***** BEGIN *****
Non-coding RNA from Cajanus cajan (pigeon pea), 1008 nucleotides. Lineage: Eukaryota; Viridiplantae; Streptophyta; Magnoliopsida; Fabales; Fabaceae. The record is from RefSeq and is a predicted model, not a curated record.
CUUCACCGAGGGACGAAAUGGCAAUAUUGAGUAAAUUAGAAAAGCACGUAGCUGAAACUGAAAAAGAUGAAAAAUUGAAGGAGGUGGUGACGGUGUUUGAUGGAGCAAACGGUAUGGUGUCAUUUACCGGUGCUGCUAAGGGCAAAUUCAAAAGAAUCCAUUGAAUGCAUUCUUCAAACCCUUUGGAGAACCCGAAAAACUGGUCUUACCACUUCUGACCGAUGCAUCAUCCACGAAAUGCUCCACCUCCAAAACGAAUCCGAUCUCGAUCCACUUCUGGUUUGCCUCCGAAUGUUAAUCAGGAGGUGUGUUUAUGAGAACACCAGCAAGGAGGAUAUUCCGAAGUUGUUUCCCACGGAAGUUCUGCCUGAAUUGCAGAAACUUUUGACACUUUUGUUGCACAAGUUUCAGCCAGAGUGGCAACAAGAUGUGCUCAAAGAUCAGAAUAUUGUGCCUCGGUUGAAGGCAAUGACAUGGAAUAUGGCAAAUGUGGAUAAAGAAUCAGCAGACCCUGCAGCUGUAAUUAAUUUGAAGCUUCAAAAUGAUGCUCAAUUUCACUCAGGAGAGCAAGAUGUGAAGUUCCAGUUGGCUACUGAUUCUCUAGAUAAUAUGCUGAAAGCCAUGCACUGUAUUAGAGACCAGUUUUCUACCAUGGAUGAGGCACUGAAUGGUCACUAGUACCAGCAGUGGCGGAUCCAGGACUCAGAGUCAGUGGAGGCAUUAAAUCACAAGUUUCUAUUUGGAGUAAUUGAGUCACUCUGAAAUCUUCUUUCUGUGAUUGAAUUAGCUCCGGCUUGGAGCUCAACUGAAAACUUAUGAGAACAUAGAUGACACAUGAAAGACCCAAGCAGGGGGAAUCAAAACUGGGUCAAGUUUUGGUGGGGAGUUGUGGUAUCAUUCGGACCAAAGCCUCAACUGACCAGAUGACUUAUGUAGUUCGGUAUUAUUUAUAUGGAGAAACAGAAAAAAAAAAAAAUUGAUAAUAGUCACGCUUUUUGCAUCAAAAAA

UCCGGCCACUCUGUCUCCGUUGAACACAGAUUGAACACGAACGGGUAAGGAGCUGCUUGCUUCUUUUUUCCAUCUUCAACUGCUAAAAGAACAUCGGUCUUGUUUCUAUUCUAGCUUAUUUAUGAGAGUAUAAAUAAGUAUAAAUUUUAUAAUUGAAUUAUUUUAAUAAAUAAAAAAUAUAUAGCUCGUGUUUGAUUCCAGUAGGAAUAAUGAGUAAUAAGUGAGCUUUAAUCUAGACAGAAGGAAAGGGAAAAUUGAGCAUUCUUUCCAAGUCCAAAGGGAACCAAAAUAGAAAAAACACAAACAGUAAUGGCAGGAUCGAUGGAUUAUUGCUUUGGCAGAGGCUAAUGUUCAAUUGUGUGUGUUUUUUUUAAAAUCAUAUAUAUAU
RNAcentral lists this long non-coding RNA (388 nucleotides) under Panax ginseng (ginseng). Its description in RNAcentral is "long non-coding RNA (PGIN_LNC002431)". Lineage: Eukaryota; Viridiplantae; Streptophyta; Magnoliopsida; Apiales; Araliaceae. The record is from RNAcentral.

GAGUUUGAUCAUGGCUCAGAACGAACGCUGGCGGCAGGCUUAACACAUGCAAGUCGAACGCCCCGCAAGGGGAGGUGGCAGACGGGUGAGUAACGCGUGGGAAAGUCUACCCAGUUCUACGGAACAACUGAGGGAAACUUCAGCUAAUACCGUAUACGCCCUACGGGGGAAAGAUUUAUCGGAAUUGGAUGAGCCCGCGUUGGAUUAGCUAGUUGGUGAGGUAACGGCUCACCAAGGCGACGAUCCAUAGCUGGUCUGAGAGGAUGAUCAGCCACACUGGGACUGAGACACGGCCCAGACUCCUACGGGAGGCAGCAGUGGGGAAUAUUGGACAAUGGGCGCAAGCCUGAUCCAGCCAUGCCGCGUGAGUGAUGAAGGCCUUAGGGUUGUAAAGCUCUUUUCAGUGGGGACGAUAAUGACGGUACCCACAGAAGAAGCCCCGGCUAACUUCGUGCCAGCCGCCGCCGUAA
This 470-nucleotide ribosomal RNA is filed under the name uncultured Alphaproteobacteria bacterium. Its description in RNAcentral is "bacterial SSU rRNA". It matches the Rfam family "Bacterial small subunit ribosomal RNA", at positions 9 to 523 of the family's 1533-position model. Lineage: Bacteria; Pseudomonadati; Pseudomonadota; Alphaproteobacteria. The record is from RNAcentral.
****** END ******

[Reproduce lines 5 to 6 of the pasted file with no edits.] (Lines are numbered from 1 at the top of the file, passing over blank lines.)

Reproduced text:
GAGUUUGAUCAUGGCUCAGAACGAACGCUGGCGGCAGGCUUAACACAUGCAAGUCGAACGCCCCGCAAGGGGAGGUGGCAGACGGGUGAGUAACGCGUGGGAAAGUCUACCCAGUUCUACGGAACAACUGAGGGAAACUUCAGCUAAUACCGUAUACGCCCUACGGGGGAAAGAUUUAUCGGAAUUGGAUGAGCCCGCGUUGGAUUAGCUAGUUGGUGAGGUAACGGCUCACCAAGGCGACGAUCCAUAGCUGGUCUGAGAGGAUGAUCAGCCACACUGGGACUGAGACACGGCCCAGACUCCUACGGGAGGCAGCAGUGGGGAAUAUUGGACAAUGGGCGCAAGCCUGAUCCAGCCAUGCCGCGUGAGUGAUGAAGGCCUUAGGGUUGUAAAGCUCUUUUCAGUGGGGACGAUAAUGACGGUACCCACAGAAGAAGCCCCGGCUAACUUCGUGCCAGCCGCCGCCGUAA
This 470-nucleotide ribosomal RNA is filed under the name uncultured Alphaproteobacteria bacterium. Its description in RNAcentral is "bacterial SSU rRNA". It matches the Rfam family "Bacterial small subunit ribosomal RNA", at positions 9 to 523 of the family's 1533-position model. Lineage: Bacteria; Pseudomonadati; Pseudomonadota; Alphaproteobacteria. The record is from RNAcentral.